New Nicholas Sparks movie not bad, until Sparks ruins it

  • By Robert Horton Herald Movie Critic
  • Wednesday, February 13, 2013 3:11pm
  • LifeGo-See-Do

The sinister plot turns from the mind of Nicholas Sparks get better treatment than they deserve in “Safe Haven,” a cleanly turned adaptation of one of the tireless author’s bestselling novels.

You know who Nicholas Sparks is, and don’t pretend you don’t. Movie adaptations of the books have been impossible to avoid, from “The Notebook” to “Nights in Rodanthe” to last year’s sleepwalking “Lucky One.”

“Safe Haven” cooks up a heapin’ helpin’ of Sparks-flavored stew, this time mostly set in a small town on the North Carolina coast. Our heroine, who calls herself Katie (Julianne Hough), has chosen this spot at random after leaving Boston under scary circumstances.

We know that a Boston cop (David Lyons) is searching for her, and that blood is on the ground. So a mystery is looming while Katie settles into a new place, meets cute widower-dad Alex (Josh Duhamel), and fixes up her cabin in the woods.

If you were escaping from dire circumstances, you might pick something other than an isolated cabin in a small town, but never mind. The film’s going to kill time until a climax will come, as we know it must, and the Boston past will arrive in North Carolina.

The unexpected thing is that some of this time-killing in the middle of the movie is actually pleasant. Director Lasse Hallstrom, who has a bunch of classy and Oscar-nominated movies in his career, does a professional job of steering the melodrama, and he conjures up the beachy feel of the seaside locale.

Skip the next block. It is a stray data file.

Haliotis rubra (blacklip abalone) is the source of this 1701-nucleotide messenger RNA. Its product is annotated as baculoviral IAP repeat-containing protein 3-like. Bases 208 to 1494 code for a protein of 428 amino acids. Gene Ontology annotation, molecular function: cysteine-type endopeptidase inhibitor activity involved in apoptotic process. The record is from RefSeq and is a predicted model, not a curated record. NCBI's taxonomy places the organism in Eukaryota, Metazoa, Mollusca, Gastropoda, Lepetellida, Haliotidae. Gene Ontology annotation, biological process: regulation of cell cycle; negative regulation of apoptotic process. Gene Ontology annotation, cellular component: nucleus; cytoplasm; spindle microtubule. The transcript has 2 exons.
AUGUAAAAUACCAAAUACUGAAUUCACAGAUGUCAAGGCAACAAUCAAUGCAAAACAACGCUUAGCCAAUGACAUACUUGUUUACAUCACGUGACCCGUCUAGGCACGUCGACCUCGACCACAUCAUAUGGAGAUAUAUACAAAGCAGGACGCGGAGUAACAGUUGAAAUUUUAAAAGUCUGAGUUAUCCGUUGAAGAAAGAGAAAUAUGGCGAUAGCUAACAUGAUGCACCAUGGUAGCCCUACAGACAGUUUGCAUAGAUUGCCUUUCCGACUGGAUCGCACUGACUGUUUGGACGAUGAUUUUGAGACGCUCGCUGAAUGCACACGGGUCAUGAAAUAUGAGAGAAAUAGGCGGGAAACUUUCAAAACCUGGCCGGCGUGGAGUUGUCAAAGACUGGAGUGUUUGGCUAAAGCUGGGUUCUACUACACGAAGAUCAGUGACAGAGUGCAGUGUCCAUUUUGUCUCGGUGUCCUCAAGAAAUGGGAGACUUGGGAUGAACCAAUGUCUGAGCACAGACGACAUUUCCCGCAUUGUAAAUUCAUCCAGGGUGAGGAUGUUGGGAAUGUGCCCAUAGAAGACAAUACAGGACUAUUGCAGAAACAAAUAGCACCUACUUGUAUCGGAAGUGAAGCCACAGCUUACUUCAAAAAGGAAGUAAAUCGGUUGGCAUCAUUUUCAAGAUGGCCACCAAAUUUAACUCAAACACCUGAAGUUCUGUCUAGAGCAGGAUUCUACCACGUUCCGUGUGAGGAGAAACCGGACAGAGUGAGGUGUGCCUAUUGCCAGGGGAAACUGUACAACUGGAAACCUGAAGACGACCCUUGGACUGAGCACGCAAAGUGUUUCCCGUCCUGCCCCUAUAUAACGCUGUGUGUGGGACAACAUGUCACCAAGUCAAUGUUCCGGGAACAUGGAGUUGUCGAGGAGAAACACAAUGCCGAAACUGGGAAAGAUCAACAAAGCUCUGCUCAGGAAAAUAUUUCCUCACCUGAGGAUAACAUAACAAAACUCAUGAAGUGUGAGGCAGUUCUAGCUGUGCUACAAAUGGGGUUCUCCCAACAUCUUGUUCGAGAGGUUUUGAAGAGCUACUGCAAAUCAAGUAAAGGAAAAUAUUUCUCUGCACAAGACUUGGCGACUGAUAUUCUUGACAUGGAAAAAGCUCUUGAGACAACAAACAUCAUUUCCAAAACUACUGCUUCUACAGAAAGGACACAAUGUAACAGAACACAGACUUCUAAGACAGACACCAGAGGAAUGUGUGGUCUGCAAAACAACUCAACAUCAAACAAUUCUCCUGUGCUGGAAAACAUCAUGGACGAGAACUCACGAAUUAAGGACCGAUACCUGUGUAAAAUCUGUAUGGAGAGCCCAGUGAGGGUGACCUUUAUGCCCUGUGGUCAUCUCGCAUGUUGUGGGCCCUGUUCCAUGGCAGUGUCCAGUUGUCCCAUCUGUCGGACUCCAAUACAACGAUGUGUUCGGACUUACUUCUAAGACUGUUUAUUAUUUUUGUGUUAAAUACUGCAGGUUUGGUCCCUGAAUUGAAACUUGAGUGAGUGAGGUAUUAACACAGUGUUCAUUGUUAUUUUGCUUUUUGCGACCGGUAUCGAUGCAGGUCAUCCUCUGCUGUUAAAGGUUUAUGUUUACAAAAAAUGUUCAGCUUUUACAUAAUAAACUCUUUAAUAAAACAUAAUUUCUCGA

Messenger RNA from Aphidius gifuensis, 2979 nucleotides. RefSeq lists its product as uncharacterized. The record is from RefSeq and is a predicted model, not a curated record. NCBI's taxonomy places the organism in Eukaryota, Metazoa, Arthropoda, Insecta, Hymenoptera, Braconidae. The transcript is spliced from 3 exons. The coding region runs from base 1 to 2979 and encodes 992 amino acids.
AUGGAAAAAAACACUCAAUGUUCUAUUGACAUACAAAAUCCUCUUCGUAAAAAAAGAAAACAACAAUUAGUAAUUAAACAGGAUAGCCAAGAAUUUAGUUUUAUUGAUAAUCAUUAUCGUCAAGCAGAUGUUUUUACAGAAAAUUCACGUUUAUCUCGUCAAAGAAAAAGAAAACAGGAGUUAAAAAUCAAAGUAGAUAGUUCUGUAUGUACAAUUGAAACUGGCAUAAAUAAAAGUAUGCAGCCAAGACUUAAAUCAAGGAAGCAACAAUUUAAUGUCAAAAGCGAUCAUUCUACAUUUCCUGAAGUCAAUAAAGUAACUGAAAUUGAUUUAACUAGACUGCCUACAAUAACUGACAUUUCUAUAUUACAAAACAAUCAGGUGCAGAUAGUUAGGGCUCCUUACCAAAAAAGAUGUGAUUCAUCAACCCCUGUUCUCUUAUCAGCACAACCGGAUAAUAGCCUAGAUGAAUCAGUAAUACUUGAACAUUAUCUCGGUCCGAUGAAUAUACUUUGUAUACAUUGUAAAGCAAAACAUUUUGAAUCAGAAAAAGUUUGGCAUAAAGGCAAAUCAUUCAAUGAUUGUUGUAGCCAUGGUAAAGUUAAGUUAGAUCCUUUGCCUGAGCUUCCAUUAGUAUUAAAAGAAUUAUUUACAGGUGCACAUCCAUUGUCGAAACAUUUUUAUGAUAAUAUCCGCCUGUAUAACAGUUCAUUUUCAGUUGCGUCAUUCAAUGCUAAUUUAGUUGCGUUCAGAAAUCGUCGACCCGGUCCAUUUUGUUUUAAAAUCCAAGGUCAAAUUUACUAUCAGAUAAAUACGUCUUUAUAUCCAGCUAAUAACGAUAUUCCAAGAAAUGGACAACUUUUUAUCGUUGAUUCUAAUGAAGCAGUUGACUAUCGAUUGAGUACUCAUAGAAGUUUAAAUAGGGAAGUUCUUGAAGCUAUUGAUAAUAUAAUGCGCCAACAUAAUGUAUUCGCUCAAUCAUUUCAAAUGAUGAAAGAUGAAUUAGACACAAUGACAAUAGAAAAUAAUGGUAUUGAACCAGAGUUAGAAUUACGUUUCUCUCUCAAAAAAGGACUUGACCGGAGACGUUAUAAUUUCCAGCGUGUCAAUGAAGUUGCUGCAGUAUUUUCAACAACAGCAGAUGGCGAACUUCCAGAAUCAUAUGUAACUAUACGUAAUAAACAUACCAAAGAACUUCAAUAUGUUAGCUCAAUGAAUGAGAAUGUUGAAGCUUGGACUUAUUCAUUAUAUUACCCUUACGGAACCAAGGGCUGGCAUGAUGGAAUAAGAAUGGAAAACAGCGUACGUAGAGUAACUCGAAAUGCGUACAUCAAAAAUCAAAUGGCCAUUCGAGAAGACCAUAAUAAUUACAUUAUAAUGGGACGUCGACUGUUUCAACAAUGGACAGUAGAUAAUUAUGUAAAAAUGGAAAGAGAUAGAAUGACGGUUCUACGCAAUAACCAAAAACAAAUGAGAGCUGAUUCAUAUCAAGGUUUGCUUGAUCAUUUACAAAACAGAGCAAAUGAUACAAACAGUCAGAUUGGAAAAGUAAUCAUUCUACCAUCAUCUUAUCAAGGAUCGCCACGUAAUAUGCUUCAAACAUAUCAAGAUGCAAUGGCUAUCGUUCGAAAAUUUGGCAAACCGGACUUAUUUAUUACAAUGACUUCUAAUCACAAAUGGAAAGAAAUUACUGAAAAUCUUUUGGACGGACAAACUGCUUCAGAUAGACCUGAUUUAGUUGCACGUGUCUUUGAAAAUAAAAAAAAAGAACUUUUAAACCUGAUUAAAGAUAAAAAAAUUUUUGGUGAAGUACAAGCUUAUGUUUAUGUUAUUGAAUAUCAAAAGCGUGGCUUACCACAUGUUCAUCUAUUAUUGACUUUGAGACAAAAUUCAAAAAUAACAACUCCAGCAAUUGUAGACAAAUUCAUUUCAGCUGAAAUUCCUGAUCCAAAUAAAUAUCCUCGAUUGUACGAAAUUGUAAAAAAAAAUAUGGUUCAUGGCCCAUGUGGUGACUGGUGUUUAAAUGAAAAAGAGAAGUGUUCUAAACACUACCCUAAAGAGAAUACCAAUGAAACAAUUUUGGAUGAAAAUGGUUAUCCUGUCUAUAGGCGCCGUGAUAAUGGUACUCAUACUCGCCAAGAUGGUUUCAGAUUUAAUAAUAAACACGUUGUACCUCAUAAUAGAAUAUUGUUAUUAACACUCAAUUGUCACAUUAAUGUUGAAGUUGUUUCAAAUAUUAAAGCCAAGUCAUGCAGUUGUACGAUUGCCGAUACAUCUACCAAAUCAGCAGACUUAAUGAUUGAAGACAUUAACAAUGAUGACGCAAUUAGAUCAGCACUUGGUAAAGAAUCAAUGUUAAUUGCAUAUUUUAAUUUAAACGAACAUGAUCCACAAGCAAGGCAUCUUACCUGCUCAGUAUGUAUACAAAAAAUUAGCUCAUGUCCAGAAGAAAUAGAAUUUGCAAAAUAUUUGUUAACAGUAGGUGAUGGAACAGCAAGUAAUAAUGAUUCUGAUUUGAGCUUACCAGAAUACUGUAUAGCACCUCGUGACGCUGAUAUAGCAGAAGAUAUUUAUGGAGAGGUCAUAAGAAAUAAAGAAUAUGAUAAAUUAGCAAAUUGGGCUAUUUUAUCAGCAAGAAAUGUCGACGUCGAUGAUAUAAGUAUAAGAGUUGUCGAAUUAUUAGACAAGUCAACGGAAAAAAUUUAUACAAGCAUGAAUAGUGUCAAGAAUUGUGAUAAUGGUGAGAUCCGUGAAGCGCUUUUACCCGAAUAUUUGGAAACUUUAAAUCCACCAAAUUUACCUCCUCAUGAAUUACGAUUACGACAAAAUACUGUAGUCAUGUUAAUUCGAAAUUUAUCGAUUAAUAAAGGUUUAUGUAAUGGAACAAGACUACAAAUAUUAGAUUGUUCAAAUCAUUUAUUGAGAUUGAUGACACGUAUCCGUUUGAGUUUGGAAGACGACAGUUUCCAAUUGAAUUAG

I admit to my embarrassing soft spot for Julianne Hough based on the “Footloose” remake, but sadly, the vibe ain’t happening here. The saucier side of her personality from “Footloose” and “Rock of Ages” is nowhere to be seen in this movie’s heavy temper, and she looks like she’s wandering through the action with something else on her mind.

The easy mood of the film’s middle gives way to an increasingly preposterous series of plot turns, and Sparks has a real lulu saved up for the postscript. “Safe Haven” is a mild enough entry in the Sparks roster, and it’ll probably do just well enough to keep encouraging all this.

“Safe Haven” HH

Another one adapted from a Nicholas Sparks novel: a woman with secrets (Julianne Hough) escapes to a North Carolina seaside town, where she dallies with an adorable widower-dad (Josh Duhamel) while we wait for the past to catch up in a violent way. Director Lasse Hallstrom conjures an agreeable beachy mood, at least until the plot turns get too deep.

Rating: PG-13, for violence

Showing: Alderwood Seven, Everett Stadium, Galaxy Monroe, Marysville, Sundance, Thornton Place, Safe Haven, Blue Fox, Cascade.

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